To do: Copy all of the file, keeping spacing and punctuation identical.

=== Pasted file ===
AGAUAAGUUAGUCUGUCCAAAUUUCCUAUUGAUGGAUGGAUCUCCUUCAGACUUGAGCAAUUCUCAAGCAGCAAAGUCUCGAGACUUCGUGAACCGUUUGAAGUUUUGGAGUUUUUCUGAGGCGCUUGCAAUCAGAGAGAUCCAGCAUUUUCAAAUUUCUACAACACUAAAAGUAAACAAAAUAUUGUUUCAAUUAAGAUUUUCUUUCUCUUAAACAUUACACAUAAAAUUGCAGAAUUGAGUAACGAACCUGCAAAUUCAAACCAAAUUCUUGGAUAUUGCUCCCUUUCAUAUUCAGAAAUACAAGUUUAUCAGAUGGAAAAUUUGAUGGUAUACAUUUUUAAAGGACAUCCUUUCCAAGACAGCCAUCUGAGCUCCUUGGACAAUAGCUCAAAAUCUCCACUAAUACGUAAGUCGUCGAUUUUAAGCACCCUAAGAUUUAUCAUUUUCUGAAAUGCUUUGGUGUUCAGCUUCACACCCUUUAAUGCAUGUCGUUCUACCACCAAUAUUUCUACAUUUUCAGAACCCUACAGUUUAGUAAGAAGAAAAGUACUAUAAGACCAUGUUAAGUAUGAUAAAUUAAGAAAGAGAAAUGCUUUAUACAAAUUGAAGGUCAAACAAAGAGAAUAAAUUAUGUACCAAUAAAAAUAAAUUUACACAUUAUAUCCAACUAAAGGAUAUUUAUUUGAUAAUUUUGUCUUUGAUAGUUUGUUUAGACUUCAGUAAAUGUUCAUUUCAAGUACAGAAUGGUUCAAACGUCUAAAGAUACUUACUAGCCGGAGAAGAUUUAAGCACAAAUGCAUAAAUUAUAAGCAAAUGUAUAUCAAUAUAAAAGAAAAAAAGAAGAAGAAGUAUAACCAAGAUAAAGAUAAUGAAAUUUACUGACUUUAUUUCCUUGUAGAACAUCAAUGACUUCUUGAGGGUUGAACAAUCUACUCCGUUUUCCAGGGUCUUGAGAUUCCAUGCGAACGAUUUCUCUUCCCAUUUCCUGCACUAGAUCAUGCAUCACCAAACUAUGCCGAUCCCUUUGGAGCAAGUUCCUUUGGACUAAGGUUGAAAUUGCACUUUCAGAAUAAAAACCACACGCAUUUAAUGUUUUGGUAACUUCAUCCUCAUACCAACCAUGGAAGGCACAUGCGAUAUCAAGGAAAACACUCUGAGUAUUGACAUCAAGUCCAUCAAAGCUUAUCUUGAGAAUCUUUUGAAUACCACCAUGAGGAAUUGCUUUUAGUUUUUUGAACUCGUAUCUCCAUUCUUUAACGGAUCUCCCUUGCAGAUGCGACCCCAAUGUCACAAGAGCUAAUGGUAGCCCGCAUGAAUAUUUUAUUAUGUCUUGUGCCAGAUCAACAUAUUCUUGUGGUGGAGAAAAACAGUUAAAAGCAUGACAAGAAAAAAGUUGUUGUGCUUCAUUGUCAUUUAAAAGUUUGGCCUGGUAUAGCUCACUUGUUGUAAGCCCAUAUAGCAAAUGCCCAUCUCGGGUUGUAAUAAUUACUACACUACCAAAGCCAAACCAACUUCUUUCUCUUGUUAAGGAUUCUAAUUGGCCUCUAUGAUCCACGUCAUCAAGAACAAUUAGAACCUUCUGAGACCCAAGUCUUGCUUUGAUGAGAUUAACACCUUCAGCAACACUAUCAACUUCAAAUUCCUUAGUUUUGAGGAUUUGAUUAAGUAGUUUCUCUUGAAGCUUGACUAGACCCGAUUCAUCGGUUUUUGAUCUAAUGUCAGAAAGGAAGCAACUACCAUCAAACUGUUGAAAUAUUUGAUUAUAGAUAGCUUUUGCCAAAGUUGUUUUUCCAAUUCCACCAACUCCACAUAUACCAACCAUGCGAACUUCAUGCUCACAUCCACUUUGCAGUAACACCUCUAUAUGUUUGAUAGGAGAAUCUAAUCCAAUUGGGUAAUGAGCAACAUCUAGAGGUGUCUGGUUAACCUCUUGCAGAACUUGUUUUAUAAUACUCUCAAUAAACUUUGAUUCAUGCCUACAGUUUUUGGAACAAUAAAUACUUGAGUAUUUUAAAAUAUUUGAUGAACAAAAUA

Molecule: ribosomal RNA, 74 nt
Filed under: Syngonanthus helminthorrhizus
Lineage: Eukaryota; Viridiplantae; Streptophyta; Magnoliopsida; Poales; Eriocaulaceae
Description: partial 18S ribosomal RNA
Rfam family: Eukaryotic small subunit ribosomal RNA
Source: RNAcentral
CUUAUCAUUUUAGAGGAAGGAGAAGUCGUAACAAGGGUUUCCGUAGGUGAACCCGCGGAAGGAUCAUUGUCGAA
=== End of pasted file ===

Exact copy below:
AGAUAAGUUAGUCUGUCCAAAUUUCCUAUUGAUGGAUGGAUCUCCUUCAGACUUGAGCAAUUCUCAAGCAGCAAAGUCUCGAGACUUCGUGAACCGUUUGAAGUUUUGGAGUUUUUCUGAGGCGCUUGCAAUCAGAGAGAUCCAGCAUUUUCAAAUUUCUACAACACUAAAAGUAAACAAAAUAUUGUUUCAAUUAAGAUUUUCUUUCUCUUAAACAUUACACAUAAAAUUGCAGAAUUGAGUAACGAACCUGCAAAUUCAAACCAAAUUCUUGGAUAUUGCUCCCUUUCAUAUUCAGAAAUACAAGUUUAUCAGAUGGAAAAUUUGAUGGUAUACAUUUUUAAAGGACAUCCUUUCCAAGACAGCCAUCUGAGCUCCUUGGACAAUAGCUCAAAAUCUCCACUAAUACGUAAGUCGUCGAUUUUAAGCACCCUAAGAUUUAUCAUUUUCUGAAAUGCUUUGGUGUUCAGCUUCACACCCUUUAAUGCAUGUCGUUCUACCACCAAUAUUUCUACAUUUUCAGAACCCUACAGUUUAGUAAGAAGAAAAGUACUAUAAGACCAUGUUAAGUAUGAUAAAUUAAGAAAGAGAAAUGCUUUAUACAAAUUGAAGGUCAAACAAAGAGAAUAAAUUAUGUACCAAUAAAAAUAAAUUUACACAUUAUAUCCAACUAAAGGAUAUUUAUUUGAUAAUUUUGUCUUUGAUAGUUUGUUUAGACUUCAGUAAAUGUUCAUUUCAAGUACAGAAUGGUUCAAACGUCUAAAGAUACUUACUAGCCGGAGAAGAUUUAAGCACAAAUGCAUAAAUUAUAAGCAAAUGUAUAUCAAUAUAAAAGAAAAAAAGAAGAAGAAGUAUAACCAAGAUAAAGAUAAUGAAAUUUACUGACUUUAUUUCCUUGUAGAACAUCAAUGACUUCUUGAGGGUUGAACAAUCUACUCCGUUUUCCAGGGUCUUGAGAUUCCAUGCGAACGAUUUCUCUUCCCAUUUCCUGCACUAGAUCAUGCAUCACCAAACUAUGCCGAUCCCUUUGGAGCAAGUUCCUUUGGACUAAGGUUGAAAUUGCACUUUCAGAAUAAAAACCACACGCAUUUAAUGUUUUGGUAACUUCAUCCUCAUACCAACCAUGGAAGGCACAUGCGAUAUCAAGGAAAACACUCUGAGUAUUGACAUCAAGUCCAUCAAAGCUUAUCUUGAGAAUCUUUUGAAUACCACCAUGAGGAAUUGCUUUUAGUUUUUUGAACUCGUAUCUCCAUUCUUUAACGGAUCUCCCUUGCAGAUGCGACCCCAAUGUCACAAGAGCUAAUGGUAGCCCGCAUGAAUAUUUUAUUAUGUCUUGUGCCAGAUCAACAUAUUCUUGUGGUGGAGAAAAACAGUUAAAAGCAUGACAAGAAAAAAGUUGUUGUGCUUCAUUGUCAUUUAAAAGUUUGGCCUGGUAUAGCUCACUUGUUGUAAGCCCAUAUAGCAAAUGCCCAUCUCGGGUUGUAAUAAUUACUACACUACCAAAGCCAAACCAACUUCUUUCUCUUGUUAAGGAUUCUAAUUGGCCUCUAUGAUCCACGUCAUCAAGAACAAUUAGAACCUUCUGAGACCCAAGUCUUGCUUUGAUGAGAUUAACACCUUCAGCAACACUAUCAACUUCAAAUUCCUUAGUUUUGAGGAUUUGAUUAAGUAGUUUCUCUUGAAGCUUGACUAGACCCGAUUCAUCGGUUUUUGAUCUAAUGUCAGAAAGGAAGCAACUACCAUCAAACUGUUGAAAUAUUUGAUUAUAGAUAGCUUUUGCCAAAGUUGUUUUUCCAAUUCCACCAACUCCACAUAUACCAACCAUGCGAACUUCAUGCUCACAUCCACUUUGCAGUAACACCUCUAUAUGUUUGAUAGGAGAAUCUAAUCCAAUUGGGUAAUGAGCAACAUCUAGAGGUGUCUGGUUAACCUCUUGCAGAACUUGUUUUAUAAUACUCUCAAUAAACUUUGAUUCAUGCCUACAGUUUUUGGAACAAUAAAUACUUGAGUAUUUUAAAAUAUUUGAUGAACAAAAUA

Molecule: ribosomal RNA, 74 nt
Filed under: Syngonanthus helminthorrhizus
Lineage: Eukaryota; Viridiplantae; Streptophyta; Magnoliopsida; Poales; Eriocaulaceae
Description: partial 18S ribosomal RNA
Rfam family: Eukaryotic small subunit ribosomal RNA
Source: RNAcentral
CUUAUCAUUUUAGAGGAAGGAGAAGUCGUAACAAGGGUUUCCGUAGGUGAACCCGCGGAAGGAUCAUUGUCGAA